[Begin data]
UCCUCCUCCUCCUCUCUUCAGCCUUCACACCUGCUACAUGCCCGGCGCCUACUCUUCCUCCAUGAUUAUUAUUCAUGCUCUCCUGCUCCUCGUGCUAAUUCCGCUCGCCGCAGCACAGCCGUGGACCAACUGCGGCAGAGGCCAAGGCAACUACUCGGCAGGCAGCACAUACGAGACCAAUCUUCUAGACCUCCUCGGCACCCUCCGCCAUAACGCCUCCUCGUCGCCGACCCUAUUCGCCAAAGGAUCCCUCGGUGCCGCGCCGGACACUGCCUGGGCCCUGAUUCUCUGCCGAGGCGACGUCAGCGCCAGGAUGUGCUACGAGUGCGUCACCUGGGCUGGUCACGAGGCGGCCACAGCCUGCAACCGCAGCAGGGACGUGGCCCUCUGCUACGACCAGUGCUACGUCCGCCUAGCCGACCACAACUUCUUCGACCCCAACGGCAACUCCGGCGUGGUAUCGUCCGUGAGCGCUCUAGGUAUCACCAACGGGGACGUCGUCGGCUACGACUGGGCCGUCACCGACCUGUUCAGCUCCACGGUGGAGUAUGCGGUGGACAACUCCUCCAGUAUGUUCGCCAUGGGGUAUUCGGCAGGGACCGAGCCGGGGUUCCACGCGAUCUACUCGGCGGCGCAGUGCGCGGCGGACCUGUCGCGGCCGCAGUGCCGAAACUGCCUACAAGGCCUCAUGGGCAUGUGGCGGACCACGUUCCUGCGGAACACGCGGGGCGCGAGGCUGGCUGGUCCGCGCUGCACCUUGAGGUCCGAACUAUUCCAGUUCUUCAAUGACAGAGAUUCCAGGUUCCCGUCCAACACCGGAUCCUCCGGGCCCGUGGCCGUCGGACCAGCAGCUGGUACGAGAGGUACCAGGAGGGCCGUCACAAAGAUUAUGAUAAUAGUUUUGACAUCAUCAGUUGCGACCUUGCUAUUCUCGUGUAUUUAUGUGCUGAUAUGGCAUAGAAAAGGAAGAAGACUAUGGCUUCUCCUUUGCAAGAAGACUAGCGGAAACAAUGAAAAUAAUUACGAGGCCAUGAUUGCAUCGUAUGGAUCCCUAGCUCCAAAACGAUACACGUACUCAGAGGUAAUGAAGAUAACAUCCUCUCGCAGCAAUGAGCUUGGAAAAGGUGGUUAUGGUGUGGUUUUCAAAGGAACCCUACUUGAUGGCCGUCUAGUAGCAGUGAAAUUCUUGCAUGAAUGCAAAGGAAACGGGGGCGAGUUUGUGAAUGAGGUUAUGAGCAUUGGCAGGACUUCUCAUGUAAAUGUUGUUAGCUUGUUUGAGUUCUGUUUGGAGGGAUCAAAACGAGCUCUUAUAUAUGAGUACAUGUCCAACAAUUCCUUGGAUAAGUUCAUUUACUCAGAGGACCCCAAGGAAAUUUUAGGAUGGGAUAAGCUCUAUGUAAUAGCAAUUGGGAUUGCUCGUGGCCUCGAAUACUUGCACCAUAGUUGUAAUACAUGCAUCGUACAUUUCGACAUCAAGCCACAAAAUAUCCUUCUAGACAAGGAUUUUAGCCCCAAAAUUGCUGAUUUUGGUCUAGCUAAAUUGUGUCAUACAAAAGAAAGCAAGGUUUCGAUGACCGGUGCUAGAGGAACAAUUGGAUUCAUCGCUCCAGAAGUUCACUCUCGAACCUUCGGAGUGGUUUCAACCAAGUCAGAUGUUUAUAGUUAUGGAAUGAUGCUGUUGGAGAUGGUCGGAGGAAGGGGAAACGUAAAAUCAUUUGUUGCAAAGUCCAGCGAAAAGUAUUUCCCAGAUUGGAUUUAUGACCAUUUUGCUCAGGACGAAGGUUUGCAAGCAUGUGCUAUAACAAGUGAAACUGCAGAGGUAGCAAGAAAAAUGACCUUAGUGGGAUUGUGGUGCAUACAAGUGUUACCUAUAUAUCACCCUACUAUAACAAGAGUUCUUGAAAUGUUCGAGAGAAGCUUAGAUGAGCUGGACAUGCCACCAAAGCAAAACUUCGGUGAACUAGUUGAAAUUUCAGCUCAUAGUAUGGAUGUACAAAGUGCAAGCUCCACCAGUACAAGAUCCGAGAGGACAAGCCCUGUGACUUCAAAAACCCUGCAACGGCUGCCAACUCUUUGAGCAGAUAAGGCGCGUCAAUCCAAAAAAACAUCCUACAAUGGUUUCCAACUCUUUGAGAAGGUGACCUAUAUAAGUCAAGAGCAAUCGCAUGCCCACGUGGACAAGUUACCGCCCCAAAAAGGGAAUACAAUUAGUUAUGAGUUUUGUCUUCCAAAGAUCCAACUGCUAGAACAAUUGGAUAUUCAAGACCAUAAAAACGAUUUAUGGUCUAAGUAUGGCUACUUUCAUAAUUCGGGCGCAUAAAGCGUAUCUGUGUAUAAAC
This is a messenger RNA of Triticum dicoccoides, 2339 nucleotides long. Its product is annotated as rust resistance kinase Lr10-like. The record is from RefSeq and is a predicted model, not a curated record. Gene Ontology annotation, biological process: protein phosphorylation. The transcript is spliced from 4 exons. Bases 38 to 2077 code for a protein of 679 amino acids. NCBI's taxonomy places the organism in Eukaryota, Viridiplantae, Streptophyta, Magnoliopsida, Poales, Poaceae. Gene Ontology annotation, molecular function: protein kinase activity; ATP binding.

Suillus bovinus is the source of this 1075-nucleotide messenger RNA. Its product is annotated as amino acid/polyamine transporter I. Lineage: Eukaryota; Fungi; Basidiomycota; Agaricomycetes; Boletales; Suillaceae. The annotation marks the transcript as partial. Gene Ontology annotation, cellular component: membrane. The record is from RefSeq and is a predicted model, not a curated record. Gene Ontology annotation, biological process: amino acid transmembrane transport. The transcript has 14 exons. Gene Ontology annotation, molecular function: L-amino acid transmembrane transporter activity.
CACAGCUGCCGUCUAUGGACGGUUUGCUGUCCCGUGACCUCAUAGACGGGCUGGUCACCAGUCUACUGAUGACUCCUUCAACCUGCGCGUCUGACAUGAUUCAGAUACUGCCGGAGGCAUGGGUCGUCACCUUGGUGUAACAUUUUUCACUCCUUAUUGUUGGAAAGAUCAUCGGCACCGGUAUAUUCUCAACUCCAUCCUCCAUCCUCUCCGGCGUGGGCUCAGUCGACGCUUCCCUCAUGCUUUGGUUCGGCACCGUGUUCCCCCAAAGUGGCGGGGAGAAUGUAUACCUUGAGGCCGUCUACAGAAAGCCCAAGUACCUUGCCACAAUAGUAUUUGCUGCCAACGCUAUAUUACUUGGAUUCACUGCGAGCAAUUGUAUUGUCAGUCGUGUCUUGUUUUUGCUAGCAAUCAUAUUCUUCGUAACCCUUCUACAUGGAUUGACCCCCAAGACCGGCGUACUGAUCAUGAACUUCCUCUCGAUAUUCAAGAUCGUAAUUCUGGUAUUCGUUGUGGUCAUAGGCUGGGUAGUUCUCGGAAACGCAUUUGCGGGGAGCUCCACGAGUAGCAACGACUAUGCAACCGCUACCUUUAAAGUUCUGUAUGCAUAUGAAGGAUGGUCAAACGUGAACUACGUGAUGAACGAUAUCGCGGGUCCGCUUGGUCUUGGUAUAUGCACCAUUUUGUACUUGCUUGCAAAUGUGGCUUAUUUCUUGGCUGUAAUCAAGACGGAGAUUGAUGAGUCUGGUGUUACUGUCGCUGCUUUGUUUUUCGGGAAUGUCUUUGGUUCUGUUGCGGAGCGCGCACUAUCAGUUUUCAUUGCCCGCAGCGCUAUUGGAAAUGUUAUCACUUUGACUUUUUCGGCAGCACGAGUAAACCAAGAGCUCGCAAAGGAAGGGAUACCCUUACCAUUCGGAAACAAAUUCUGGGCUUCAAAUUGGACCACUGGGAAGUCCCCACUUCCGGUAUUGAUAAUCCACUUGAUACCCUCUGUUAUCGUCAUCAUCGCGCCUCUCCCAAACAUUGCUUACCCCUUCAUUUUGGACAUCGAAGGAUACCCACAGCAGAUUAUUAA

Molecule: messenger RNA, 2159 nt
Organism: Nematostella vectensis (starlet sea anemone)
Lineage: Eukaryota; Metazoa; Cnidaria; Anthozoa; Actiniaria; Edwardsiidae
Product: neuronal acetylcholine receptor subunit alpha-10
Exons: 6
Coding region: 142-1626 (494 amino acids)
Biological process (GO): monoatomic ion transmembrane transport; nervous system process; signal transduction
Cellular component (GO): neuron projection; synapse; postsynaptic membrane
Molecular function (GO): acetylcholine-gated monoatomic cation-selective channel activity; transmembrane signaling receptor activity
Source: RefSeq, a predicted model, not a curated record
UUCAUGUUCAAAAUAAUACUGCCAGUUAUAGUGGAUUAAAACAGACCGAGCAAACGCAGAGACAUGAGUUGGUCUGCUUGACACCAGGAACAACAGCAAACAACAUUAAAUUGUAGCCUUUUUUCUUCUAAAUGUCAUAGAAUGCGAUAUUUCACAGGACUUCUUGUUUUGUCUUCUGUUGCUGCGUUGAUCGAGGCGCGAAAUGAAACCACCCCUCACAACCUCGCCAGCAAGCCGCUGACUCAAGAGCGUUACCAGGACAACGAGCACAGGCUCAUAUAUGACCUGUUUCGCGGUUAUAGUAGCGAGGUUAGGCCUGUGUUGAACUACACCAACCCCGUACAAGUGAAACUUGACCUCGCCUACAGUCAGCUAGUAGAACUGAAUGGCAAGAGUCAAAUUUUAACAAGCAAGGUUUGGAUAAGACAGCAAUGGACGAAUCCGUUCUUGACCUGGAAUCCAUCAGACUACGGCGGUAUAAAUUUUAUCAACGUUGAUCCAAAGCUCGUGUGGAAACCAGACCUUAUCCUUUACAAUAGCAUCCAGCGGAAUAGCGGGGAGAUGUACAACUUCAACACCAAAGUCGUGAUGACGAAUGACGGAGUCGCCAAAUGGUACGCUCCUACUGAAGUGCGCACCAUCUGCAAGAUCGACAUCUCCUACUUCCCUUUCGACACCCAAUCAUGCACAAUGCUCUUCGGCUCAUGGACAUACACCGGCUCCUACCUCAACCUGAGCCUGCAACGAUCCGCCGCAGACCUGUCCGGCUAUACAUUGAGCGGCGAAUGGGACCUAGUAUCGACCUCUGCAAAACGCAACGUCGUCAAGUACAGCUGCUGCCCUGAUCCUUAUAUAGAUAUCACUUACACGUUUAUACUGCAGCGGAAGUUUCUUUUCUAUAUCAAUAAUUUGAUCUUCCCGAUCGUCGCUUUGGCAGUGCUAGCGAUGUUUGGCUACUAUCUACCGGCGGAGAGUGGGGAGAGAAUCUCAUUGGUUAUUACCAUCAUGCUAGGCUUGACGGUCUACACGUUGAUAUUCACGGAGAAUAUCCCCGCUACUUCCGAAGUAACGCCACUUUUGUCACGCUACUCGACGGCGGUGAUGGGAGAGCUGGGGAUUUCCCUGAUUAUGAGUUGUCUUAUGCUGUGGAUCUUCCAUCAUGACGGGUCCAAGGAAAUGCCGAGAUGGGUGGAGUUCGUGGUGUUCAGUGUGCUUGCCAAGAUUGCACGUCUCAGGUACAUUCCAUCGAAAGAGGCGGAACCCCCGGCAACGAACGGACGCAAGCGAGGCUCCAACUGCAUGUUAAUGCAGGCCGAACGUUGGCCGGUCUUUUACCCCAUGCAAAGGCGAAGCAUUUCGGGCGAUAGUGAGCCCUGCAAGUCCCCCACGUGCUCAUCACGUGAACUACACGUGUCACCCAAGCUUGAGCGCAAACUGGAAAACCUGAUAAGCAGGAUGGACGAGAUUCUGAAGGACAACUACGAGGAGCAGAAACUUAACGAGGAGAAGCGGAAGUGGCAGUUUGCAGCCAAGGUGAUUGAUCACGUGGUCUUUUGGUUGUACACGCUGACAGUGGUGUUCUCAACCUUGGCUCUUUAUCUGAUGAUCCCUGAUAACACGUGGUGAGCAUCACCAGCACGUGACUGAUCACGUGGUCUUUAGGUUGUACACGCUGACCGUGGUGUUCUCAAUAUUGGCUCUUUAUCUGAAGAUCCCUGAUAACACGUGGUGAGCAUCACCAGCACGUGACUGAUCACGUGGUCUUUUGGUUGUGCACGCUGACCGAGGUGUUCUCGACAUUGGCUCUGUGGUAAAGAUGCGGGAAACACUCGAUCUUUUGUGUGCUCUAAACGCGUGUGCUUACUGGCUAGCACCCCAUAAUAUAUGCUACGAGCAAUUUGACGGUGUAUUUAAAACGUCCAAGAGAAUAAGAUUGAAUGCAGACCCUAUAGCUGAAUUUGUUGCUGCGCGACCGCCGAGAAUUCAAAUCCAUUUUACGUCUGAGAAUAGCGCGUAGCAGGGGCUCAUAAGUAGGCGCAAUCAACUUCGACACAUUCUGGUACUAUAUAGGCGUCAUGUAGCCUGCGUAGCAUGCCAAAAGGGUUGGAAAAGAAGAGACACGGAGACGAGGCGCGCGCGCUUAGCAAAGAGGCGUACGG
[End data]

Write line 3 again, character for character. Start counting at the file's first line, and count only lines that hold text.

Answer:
Suillus bovinus is the source of this 1075-nucleotide messenger RNA. Its product is annotated as amino acid/polyamine transporter I. Lineage: Eukaryota; Fungi; Basidiomycota; Agaricomycetes; Boletales; Suillaceae. The annotation marks the transcript as partial. Gene Ontology annotation, cellular component: membrane. The record is from RefSeq and is a predicted model, not a curated record. Gene Ontology annotation, biological process: amino acid transmembrane transport. The transcript has 14 exons. Gene Ontology annotation, molecular function: L-amino acid transmembrane transporter activity.